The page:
Top US senator: 'No real warning' on Egypt unrest



WASHINGTON- US intelligence services gave the White House and lawmakers "no real warning" that unrest would rock staunch Washington ally Egypt, Senate Intelligence Committee chair Dianne Feinstein said Tuesday.
Feinstein told MSNBC television that US policymakers had "a good deal of intelligence about Tunisia," where turmoil drove longtime strongman Zine El Abidine Ben Ali from power, but "virtually nothing about Egypt."



"So there was, to the best of my knowledge, no real warning either to the White House or certainly to the Senate Intelligence Committee or the Congress," the Democratic lawmaker said in an interview.
Asked whether intelligence officials had sounded the alarm after Ben Ali's ouster, telling lawmakers that the uprising in Tunisia could trigger unrest in Egypt, Feinstein replied: "Not that I know."
"And as a matter of fact, I don't believe there was any intelligence on what was happening on Facebook or Twitter or the organizational effort to put these protests together," she said.
Asked whether the events in Egypt had highlighted a US intelligence failure, Feinstein replied: "I would call it a big intelligence wakeup."
The lawmaker expressed concerns about the transition from longtime Egyptian strongman Hosni Mubarak to democratic rule, citing the country's "tricky" mechanisms for political succession.
Feinstein said she had met with Tunisia's ambassador on Monday and that the country was "redoing" its constitutional rules on who can run for president and declared: "the Egyptians, I believe, need to redo this as well."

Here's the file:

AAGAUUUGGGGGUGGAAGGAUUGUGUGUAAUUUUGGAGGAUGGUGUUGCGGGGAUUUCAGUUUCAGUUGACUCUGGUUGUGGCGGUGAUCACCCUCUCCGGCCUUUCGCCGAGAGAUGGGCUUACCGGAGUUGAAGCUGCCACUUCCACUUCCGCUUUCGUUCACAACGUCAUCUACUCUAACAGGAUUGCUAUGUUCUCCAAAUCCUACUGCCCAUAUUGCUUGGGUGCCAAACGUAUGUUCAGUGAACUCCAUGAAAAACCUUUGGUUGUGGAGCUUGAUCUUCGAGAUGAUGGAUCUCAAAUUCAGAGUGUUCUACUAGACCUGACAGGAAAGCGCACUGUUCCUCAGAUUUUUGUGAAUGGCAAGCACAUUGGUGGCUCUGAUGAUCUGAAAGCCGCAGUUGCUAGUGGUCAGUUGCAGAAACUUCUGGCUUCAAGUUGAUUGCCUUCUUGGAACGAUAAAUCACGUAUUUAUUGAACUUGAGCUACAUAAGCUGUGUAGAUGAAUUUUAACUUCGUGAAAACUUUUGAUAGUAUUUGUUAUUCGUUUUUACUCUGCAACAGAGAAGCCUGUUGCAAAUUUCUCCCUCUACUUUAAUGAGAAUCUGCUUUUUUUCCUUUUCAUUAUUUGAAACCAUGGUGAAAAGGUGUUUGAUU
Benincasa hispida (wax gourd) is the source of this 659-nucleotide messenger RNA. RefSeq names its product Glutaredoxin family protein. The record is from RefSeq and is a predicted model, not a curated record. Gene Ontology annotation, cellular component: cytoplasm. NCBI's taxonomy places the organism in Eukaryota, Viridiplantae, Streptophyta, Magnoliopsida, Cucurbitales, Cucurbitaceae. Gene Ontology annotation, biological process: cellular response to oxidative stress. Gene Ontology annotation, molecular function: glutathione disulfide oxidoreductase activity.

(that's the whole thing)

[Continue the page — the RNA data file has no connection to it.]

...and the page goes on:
Feinstein also expressed US "concern" about Islamists taking over and that Hamas's victory in Gaza elections in 2006 showed "we do not understand the ebb and flow of the currents in the Middle East."
The White House on Friday had defended the US intelligence community, with National Security Council spokesman Tommy Vietor saying it had been warning for years about instability in the Middle East.
"The president expects the intelligence community to provide relevant, timely, and accurate analysis of events as they unfold, and that’s exactly what’s been done throughout this crisis," Vietor said.
On Thursday, Stephanie O'Sullivan, who was picked by Obama to be deputy director for national intelligence, said in a congressional hearing that Obama was warned late last year of potential unrest in Egypt.
There were also US media reports that Obama told Director of National Intelligence James Clapper that he was disappointed that US intelligence agencies failed to predict the upsurge of social unrest that overthrew the government in Tunisia.
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Tuesday, February 8th 2011
AFP
           


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